The following guidelines are divided into two, normative and operational. Normative guidelines are those that have to do with one’s understanding of governance in the nation. Operational guidelines deal with the actual procedure of voting.
(1-2 pertains to senatorial and congress votes, 3 to party list votes)
1. The voter must be informed of the importance of why they need to vote. This can be done through their personal undertaking of educating themselves about the why’s and how’s of voting, and why they SHOULD vote. It is their responsibility to gain knowledge of the importance of suffrage and at the most, have a “sense of their right to vote.” This makes for a better voter.
2. It isn’t enough to know who you are voting, what their platforms are, and getting acquainted with them merely through news or election specials in websites and internet forums. It is better to gauge their capabilities through seeing them in action. This can be done through watching the ANC debate as it gives an idea of how the candidates carry themselves and defend their supposed platforms as they are interrogated by the community.
There are three levels of exposure to the candidates. One would be the news. Another would be the interactive debates or interviews, through channel specials or talk shows. Last would be through joining a campaign in particular, or giving the time to be exposed to their campaign activities. An example would be the barangay assemblies headed by party lists and weekly reports on the elections in Marikina.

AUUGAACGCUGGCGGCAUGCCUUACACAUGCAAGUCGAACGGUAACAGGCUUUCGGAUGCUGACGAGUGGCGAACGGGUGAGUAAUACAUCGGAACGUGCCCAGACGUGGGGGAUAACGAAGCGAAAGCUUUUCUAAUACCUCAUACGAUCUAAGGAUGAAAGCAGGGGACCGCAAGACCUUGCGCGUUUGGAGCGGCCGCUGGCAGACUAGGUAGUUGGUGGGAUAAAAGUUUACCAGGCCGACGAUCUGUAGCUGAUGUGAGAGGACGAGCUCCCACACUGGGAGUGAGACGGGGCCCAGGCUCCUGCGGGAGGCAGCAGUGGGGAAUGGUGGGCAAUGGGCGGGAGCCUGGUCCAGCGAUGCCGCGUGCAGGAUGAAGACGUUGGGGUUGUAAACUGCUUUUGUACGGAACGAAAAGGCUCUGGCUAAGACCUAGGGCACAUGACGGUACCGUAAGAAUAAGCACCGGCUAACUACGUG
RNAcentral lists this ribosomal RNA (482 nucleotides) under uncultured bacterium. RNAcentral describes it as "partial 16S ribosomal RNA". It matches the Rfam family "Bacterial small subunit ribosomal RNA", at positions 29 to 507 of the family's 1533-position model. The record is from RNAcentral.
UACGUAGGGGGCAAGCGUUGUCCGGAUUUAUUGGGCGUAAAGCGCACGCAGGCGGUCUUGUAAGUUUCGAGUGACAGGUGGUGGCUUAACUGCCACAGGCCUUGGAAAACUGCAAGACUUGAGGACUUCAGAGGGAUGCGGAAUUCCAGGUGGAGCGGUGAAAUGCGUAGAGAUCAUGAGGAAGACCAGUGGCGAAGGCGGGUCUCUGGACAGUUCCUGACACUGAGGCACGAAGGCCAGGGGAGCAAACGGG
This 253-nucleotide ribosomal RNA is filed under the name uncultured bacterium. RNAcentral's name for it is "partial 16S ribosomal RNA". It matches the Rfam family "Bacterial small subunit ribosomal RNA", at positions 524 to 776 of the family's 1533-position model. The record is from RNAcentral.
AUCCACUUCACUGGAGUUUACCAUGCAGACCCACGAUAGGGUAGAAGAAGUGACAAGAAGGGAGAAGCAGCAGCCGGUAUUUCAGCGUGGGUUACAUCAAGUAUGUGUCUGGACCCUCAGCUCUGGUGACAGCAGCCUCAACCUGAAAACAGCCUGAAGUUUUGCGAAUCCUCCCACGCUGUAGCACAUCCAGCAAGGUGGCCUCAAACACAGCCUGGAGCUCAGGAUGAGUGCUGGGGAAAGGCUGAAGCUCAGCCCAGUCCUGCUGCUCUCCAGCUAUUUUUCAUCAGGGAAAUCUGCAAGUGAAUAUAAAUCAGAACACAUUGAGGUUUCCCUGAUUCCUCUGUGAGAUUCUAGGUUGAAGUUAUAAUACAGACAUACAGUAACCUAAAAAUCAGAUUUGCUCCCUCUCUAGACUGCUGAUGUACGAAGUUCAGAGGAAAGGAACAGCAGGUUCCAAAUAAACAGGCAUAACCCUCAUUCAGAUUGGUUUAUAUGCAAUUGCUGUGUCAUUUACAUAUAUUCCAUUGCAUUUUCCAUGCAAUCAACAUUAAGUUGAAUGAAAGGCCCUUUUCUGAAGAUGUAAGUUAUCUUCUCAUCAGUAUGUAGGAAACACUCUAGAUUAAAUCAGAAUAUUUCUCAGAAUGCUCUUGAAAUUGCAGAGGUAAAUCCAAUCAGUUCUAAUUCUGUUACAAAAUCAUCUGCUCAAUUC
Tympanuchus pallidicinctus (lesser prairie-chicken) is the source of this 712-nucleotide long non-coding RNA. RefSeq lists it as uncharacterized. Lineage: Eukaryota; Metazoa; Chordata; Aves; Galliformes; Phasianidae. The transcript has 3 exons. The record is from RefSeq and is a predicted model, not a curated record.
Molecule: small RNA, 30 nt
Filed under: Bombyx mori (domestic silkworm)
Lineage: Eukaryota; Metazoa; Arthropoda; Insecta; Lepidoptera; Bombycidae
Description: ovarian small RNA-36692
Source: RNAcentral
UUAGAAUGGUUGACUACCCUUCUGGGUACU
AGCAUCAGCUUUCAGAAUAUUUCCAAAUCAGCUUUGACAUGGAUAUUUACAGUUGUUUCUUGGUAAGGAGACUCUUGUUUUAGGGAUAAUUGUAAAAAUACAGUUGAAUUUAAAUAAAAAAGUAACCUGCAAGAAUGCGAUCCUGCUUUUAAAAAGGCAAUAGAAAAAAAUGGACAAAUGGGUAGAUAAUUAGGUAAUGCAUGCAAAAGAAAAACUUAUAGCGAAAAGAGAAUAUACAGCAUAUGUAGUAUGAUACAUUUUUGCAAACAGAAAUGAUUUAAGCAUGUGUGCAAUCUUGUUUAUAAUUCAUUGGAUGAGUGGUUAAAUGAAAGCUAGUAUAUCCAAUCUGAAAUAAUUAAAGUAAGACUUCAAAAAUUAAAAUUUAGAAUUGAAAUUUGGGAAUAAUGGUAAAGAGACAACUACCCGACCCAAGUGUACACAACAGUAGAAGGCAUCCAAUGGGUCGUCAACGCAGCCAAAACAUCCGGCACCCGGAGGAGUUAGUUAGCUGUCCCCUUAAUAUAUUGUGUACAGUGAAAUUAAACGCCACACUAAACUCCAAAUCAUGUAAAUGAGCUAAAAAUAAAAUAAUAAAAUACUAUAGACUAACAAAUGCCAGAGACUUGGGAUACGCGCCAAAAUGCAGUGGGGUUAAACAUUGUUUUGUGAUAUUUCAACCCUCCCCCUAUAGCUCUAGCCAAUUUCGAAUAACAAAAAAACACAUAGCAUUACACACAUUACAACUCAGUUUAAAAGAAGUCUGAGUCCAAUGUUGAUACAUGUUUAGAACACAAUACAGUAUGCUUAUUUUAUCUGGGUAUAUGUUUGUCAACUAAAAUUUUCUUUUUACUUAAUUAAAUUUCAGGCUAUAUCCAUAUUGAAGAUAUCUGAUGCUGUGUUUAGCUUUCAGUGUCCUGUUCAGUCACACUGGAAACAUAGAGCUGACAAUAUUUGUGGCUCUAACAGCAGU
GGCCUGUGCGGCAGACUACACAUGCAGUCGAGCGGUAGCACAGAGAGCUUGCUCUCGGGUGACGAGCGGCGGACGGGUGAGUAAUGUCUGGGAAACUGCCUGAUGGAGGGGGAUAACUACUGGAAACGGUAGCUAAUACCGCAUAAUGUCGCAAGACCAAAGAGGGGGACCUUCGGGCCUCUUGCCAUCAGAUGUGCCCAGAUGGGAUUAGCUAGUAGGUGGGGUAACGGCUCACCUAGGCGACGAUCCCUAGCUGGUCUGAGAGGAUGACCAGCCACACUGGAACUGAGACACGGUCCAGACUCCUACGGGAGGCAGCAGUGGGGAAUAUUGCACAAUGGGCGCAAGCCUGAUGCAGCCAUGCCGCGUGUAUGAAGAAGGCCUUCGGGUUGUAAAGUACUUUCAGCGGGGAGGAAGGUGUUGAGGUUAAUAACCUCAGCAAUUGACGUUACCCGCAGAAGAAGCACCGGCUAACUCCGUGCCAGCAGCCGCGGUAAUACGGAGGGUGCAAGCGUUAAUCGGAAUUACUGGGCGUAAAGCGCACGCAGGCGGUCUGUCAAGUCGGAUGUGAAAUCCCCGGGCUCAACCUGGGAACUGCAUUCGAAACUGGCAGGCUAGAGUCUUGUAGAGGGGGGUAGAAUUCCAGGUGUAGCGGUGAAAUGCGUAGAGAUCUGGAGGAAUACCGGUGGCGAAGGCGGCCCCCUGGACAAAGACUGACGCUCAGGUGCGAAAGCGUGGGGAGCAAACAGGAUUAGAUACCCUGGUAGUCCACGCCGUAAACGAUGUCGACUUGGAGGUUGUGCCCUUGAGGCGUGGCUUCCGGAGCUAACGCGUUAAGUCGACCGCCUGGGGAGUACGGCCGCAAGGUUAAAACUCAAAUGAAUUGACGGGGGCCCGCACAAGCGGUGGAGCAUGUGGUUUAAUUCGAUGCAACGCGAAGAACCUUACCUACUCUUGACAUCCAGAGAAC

3. The best way to go about picking the right party lists is to be observant. Once again, it isn’t enough to form conclusive opinions through data merely from their platforms and motherhood statements. It is presumed that one should gauge with a good sense of political character or on how similar the party list’s actuations are to what they say. It is good to pick up clues from their interviews with the media and assess their platform for oneself. Whether they are disenfranchised or interests groups, we have to distinguish for ourselves their real interests.
4. For senatorial elections, one has to come [to the precinct] with at least 12 names. One cannot leave blanks because others might place their own votes on the blanks. The vote is subject to tampering – those who are influential in the precincts are usually the ones whose bias and rules are followed.
As for party lists:
5. For choosing party lists, one needs to ask oneself, “how long have they been there?” Have they been able to make drastic changes for the interests they advocated properly? A little handy research and background information will do.
Party lists comprise of at least 6% or around 300 votes. It would be better to maximize the seats provided for party list representatives if we allowed for the usage of these allotted 50 seats for all the party lists. Instead of giving a mere 6% total support for only dominant party lists, it would be good to make use of the other 2% vote for those with strong advocacies. A variety of votes wouldn’t hurt the effective utilization of party list initiatives.